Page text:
“The decision he made was to blame President Trump for virtually all his problems,” Mr. Blanche argued.

‘Catch and Kill’: Conspiracy or Standard Practice?

Attorneys on both sides described the “catch and kill” scheme as a tactic employed by media outlets such as mass-market tabloids.

Mr. Colangelo told the jury it was a practice wherein a publication would buy information and have the source sign a nondisclosure agreement and then decline to publish the story, effectively hiding it. He argued that Mr. Pecker, Mr. Cohen, and President Trump’s agreement to use this tactic amounted to a criminal conspiracy.

“This was not spin; this was a planned, coordinated conspiracy to influence the 2020 election to silence people who had something bad to say about his behavior, using doctored records,” Mr. Colangelo argued. “It was election fraud.”

He then outlined two other instances of “catch and kill” not charged in the indictment. Mr. Pecker paid $30,000 for a doorman’s story alleging that President Trump fathered a child out of wedlock, and then $150,000 to purchase a story from a former Playboy model about an alleged year-long affair.
There were disputes about repayment and a scheme to sell the rights to the second story to President Trump, Mr. Colangelo said. The fact that Mr. Pecker did not release the two individuals from their nondisclosure agreements until after the election showed fraud, he argued.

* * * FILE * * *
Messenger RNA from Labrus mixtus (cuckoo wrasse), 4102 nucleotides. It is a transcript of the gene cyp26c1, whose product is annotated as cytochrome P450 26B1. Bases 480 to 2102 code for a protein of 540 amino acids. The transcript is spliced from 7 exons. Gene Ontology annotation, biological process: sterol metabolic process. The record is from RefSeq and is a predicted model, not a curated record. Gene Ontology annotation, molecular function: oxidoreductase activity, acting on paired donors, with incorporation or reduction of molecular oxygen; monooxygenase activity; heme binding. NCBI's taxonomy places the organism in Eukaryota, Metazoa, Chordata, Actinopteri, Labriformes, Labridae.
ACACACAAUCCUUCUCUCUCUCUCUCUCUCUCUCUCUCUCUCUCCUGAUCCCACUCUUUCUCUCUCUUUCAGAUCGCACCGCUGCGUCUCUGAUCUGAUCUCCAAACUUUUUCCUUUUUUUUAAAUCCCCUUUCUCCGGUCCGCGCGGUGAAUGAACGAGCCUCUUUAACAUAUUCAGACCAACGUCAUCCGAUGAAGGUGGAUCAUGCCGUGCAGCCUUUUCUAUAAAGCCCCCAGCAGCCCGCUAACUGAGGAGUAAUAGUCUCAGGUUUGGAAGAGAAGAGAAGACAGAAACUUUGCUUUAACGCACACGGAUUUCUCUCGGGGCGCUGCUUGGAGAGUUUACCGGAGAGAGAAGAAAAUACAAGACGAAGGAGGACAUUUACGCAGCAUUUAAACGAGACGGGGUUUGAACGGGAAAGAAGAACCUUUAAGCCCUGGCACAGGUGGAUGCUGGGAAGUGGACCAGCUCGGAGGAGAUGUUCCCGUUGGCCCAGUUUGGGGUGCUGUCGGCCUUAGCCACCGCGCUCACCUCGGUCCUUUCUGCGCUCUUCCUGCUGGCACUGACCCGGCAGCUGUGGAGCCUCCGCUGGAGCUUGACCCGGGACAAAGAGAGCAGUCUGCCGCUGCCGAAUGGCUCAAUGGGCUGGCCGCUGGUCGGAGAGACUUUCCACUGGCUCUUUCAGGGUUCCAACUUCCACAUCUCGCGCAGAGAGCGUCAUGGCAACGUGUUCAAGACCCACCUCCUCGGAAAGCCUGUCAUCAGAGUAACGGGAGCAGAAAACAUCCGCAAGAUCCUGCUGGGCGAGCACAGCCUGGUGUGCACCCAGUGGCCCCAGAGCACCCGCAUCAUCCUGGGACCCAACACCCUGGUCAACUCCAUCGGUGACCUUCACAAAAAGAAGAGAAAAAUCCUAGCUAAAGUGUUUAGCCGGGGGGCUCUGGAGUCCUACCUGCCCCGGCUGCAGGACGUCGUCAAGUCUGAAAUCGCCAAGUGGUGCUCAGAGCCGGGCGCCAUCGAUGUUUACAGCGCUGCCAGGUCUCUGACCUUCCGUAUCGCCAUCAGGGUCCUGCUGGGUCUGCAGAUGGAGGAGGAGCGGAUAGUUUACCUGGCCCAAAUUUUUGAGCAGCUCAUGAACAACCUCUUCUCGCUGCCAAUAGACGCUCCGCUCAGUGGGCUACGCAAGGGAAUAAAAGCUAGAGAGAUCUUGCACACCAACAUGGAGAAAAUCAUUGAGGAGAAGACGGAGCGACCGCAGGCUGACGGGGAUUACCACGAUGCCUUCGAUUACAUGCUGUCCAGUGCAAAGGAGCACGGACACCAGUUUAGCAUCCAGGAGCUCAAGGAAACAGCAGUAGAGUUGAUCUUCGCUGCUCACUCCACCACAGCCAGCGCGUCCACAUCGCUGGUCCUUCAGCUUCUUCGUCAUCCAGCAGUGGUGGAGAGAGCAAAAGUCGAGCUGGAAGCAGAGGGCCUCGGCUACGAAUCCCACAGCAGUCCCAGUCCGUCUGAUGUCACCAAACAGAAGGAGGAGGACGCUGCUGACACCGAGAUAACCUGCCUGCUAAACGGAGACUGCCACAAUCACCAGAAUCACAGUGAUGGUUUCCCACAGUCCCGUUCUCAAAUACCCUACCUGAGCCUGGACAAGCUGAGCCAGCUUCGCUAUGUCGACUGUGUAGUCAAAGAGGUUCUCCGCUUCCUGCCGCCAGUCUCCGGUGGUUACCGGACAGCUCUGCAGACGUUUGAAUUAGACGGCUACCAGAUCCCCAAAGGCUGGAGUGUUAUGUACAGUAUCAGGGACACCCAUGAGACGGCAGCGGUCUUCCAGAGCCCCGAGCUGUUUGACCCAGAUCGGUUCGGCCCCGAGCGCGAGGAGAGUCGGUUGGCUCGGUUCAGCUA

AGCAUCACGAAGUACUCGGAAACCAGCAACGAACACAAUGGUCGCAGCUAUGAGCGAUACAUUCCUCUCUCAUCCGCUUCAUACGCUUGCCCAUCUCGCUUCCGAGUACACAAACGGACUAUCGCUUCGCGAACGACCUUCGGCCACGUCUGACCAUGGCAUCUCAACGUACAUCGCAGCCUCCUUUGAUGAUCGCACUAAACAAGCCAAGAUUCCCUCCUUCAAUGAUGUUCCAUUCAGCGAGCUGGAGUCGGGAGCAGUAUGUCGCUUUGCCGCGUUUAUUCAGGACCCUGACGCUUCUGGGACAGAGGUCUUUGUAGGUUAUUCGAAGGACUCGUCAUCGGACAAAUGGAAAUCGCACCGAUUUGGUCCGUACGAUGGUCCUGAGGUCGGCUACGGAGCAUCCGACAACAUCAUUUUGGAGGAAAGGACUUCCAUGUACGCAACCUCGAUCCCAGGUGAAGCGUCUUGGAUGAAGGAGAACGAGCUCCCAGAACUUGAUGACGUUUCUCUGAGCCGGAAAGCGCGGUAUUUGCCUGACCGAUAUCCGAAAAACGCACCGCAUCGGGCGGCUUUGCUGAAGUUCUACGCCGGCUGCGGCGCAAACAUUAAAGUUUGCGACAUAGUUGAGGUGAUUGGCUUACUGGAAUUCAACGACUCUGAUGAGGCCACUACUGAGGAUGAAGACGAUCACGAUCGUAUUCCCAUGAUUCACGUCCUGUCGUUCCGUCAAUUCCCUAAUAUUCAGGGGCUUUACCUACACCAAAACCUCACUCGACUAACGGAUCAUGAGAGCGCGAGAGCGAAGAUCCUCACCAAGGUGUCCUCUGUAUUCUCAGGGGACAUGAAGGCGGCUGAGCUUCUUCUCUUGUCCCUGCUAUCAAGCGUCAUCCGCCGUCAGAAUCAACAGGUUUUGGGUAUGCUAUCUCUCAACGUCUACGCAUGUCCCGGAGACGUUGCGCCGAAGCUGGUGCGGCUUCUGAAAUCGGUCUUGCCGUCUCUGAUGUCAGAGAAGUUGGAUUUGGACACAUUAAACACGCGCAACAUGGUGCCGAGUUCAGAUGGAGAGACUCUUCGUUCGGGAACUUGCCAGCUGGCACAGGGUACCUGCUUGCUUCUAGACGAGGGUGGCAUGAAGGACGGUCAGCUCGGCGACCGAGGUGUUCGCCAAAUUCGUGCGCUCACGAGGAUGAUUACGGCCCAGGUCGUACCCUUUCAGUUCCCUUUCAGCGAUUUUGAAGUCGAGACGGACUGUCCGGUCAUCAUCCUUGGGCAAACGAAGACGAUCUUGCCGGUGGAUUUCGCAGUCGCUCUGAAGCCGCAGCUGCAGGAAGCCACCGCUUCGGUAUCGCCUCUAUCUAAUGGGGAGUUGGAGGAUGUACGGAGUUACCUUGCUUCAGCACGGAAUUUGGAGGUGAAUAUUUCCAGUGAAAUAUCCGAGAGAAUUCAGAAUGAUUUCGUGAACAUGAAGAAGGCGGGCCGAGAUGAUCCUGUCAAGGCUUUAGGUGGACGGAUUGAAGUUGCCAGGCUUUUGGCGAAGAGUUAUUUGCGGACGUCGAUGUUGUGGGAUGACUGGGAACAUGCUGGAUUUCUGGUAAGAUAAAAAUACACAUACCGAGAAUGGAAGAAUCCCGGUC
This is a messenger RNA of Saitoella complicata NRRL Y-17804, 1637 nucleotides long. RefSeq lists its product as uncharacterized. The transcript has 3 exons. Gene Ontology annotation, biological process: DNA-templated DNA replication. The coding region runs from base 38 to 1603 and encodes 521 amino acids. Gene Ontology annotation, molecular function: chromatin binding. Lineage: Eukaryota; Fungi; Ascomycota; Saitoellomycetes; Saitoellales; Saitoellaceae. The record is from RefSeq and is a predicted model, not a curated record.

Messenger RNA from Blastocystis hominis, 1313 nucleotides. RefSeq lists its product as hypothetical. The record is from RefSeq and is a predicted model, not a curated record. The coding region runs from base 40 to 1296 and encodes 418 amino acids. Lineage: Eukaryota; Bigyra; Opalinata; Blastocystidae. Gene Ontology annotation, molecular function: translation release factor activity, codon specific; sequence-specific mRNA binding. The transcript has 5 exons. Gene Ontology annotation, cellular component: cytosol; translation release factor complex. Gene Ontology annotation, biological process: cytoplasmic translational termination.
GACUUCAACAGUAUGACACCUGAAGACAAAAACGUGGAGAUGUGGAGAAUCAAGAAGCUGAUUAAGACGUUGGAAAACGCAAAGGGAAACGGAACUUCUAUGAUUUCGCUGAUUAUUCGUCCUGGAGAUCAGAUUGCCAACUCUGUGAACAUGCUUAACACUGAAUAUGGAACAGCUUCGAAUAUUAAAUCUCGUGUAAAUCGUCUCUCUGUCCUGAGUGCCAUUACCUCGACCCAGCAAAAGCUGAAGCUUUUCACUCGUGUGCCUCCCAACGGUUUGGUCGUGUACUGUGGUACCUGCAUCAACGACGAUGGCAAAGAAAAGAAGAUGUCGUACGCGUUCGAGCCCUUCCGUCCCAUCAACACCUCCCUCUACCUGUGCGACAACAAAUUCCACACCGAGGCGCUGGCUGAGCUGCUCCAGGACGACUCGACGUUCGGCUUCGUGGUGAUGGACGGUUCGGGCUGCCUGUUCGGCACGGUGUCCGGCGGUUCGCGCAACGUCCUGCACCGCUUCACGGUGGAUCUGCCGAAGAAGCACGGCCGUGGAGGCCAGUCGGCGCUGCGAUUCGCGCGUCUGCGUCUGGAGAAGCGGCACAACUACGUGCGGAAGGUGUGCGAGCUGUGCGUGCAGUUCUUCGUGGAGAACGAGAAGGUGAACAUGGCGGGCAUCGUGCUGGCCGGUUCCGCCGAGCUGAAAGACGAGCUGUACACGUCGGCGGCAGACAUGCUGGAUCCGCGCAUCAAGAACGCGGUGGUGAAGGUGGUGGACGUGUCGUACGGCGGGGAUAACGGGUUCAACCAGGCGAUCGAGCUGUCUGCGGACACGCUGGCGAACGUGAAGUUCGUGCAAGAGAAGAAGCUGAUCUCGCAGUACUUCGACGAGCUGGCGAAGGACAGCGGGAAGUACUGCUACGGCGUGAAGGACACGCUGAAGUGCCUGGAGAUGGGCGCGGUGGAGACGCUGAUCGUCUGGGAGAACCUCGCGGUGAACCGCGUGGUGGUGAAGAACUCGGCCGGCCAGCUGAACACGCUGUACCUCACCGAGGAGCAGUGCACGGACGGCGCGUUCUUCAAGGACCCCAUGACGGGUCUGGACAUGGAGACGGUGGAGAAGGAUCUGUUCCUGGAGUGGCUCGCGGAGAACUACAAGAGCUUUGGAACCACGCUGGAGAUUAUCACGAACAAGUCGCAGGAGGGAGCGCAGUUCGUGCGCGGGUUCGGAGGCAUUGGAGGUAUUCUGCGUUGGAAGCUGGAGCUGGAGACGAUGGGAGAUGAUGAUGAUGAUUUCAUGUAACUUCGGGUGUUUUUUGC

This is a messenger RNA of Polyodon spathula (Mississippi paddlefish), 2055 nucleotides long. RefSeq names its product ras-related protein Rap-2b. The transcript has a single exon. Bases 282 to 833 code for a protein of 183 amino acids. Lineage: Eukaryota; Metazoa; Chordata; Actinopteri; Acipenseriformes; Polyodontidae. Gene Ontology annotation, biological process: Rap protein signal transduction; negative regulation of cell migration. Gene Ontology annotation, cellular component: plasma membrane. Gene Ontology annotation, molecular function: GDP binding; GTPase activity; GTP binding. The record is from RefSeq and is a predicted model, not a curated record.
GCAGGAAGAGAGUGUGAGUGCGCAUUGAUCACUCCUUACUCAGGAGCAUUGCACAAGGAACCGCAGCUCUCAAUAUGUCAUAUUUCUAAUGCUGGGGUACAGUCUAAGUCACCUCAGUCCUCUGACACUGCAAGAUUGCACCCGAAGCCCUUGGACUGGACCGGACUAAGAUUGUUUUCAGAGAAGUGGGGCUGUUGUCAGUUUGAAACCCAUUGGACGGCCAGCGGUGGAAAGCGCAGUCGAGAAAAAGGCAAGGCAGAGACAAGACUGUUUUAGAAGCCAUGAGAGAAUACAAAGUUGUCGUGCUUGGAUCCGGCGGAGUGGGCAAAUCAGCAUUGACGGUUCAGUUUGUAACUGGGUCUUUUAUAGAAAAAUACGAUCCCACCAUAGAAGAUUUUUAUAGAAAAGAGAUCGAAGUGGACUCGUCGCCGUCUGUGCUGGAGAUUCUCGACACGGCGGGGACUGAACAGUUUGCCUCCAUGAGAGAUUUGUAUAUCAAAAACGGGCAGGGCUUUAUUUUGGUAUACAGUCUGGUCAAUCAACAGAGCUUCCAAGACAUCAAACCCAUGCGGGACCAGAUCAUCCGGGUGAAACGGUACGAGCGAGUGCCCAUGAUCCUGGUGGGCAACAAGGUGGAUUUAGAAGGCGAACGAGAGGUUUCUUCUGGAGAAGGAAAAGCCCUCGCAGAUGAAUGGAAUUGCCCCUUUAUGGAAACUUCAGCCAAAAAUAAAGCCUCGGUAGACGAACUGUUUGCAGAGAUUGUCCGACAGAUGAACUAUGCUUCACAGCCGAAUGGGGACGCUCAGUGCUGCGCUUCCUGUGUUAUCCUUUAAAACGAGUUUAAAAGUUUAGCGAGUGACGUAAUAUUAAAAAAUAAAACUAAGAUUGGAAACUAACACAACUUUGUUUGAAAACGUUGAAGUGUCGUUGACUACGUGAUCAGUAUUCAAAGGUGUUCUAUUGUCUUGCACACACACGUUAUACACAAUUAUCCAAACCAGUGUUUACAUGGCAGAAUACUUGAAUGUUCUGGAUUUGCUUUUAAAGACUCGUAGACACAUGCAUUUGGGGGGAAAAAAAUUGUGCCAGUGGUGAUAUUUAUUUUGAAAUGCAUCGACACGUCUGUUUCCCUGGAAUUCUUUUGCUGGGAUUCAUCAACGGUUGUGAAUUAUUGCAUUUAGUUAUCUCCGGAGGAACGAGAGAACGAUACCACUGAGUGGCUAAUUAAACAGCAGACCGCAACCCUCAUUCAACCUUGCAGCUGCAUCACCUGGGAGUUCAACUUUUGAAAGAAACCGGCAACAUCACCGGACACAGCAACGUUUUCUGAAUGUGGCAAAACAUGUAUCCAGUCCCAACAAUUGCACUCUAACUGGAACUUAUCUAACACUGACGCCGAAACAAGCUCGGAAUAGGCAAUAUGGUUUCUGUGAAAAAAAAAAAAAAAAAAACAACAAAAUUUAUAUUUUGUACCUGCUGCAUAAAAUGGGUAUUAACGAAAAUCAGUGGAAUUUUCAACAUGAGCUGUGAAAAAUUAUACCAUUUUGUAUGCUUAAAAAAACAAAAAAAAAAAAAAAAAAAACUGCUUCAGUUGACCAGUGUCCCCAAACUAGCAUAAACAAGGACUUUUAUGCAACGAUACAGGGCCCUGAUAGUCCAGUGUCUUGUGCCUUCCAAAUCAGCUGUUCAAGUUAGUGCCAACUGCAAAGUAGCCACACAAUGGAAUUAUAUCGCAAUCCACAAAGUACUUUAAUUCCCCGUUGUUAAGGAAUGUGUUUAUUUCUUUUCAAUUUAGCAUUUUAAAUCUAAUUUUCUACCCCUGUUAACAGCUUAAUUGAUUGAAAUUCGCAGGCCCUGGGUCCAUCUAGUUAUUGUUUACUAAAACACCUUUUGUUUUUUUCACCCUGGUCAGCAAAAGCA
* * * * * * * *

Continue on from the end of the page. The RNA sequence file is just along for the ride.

“The evidence will show that Pecker was not acting as a publisher; he was acting as a coconspirator,” Mr. Colangelo said, adding that Mr. Pecker was invited to the White House in the summer of 2017 for a thank-you dinner.

Mr. Blanche countered that publishers regularly use nondisclosure agreements this way and that it is not illegal. He cast Ms. Clifford’s claim as extortion and “an attempt to embarrass President Trump and embarrass his family.”

He said Ms. Clifford and Mr. Trump had met in 2008, when Mr. Trump was running the show “The Apprentice.” Since then, Mr. Blanche argued, Ms. Clifford has “made a life out of these communications” and made hundreds of thousands of dollars from it through media appearances, a book, and a documentary. He said her claims had been false and timed close to the election for the purposes of extortion.

Furthermore, trying to influence an election was also not illegal, Mr. Blanche argued.

“You also heard a lot of communication about the 2016 election,” he said. “Spoiler alert: There’s nothing wrong with trying to influence an election. It’s called democracy.”

“The reality is that there is nothing illegal about what happened,” Mr. Blanche argued.

“Use your common sense. We’re New Yorkers; that’s why we’re here. You told the court you would put aside whatever view you have about President Trump, the fact that he’s running,” he said. “If you do that, there will be a very swift non-guilty verdict.”

Catherine Yang is a reporter for The Epoch Times based in New York.